A structured weight loss program increases gut microbiota phylogenetic diversity and reduces levels of Collinsella in obese type 2 diabetics: A pilot study.

Fabian Frost, Lena J Storck, Tim Kacprowski, Simone Gärtner, Malte Rühlemann, Corinna Bang, Andre Franke, Uwe Völker, Ali A Aghdassi, Antje Steveling, Julia Mayerle, Frank U Weiss, Georg Homuth, Markus M Lerch
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PloS one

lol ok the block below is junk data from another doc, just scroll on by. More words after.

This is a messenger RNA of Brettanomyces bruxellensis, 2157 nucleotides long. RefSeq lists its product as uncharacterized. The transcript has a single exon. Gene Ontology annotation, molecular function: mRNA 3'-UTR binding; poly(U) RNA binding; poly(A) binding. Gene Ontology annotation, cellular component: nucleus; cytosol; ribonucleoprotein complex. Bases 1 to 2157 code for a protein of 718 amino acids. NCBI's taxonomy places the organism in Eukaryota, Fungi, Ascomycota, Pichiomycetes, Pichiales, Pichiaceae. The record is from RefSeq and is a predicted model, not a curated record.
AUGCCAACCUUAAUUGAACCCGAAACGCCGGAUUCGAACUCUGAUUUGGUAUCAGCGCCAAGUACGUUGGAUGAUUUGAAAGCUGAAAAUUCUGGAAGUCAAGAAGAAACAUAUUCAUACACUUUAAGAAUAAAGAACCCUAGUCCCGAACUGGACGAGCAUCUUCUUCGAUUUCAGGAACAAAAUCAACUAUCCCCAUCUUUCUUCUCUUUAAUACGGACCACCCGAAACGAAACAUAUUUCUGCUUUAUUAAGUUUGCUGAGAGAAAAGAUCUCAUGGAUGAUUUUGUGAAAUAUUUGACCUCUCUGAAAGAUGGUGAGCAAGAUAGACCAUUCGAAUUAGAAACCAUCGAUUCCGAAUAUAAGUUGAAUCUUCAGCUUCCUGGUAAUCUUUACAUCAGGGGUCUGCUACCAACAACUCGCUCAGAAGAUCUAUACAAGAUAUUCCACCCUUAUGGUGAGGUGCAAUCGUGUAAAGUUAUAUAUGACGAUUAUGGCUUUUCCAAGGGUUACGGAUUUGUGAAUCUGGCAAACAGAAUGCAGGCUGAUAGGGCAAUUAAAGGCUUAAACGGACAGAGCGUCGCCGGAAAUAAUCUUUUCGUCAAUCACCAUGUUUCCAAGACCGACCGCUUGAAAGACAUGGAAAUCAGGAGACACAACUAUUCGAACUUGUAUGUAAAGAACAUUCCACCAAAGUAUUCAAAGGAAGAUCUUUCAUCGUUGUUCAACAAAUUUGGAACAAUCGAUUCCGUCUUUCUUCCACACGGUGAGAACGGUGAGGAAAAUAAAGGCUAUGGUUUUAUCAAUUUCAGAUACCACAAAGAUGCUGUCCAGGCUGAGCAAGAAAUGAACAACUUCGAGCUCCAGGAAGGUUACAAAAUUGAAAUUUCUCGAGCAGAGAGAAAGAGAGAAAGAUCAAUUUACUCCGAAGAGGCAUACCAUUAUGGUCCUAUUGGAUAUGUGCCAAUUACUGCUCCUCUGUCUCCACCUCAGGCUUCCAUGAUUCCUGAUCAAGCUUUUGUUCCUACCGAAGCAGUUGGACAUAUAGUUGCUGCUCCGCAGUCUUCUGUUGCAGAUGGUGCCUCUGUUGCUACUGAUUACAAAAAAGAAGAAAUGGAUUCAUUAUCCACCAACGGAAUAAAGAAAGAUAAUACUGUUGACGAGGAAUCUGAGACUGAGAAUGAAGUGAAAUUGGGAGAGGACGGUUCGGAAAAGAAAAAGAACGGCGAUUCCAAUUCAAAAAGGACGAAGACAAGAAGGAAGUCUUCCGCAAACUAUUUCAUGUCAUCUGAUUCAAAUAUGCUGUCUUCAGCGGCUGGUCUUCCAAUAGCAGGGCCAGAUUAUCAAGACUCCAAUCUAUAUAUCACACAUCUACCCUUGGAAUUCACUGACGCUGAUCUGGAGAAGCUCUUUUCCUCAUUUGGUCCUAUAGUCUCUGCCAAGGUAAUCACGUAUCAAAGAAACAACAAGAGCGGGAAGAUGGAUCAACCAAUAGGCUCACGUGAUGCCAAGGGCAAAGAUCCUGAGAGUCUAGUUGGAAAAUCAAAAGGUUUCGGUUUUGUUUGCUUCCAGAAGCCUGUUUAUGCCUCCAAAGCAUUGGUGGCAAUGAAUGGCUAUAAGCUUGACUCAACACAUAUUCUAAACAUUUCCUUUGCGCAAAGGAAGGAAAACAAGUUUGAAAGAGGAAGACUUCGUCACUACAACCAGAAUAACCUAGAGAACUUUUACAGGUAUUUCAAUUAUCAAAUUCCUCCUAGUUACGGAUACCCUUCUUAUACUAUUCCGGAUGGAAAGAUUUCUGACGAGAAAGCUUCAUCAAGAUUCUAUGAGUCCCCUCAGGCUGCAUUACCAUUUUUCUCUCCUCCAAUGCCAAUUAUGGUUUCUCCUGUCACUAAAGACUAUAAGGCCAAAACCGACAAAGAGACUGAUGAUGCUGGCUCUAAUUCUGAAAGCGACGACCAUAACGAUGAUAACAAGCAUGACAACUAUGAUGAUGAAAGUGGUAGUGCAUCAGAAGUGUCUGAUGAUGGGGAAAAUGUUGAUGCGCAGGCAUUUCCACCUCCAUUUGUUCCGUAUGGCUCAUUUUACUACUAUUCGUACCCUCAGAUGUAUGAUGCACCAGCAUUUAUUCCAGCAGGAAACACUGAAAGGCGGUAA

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The global obesity epidemic constitutes a major cause of morbidity and mortality challenging public health care systems worldwide. Thus, a better understanding of its pathophysiology and the development of novel therapeutic options are urgently needed. Recently, alterations of the intestinal microbiome in the obese have been discussed as a promoting factor in the pathophysiology of obesity and as a contributing factor to related diseases such as type 2 diabetes and metabolic syndrome. The present pilot study investigated the effect of a structured weight loss program on fecal microbiota in obese type 2 diabetics. Twelve study subjects received a low-calorie formula diet for six weeks, followed by a nine week food reintroduction and stabilization period. Fecal microbiota were determined by 16S rRNA gene sequencing of stool samples at baseline, after six weeks and at the end of the study after fifteen weeks. All study subjects lost weight continuously throughout the program. Changes in fecal microbiota were most pronounced after six weeks of low-calorie formula diet, but reverted partially until the end of the study. However, the gut microbiota phylogenetic diversity increased persistently. The abundance of Collinsella, which has previously been associated with atherosclerosis, decreased significantly during the weight loss program. This study underlines the impact of dietary changes on the intestinal microbiome and further demonstrates the beneficial effects of weight loss on gut microbiota. Trial registration: ClinicalTrials.gov NCT02970838.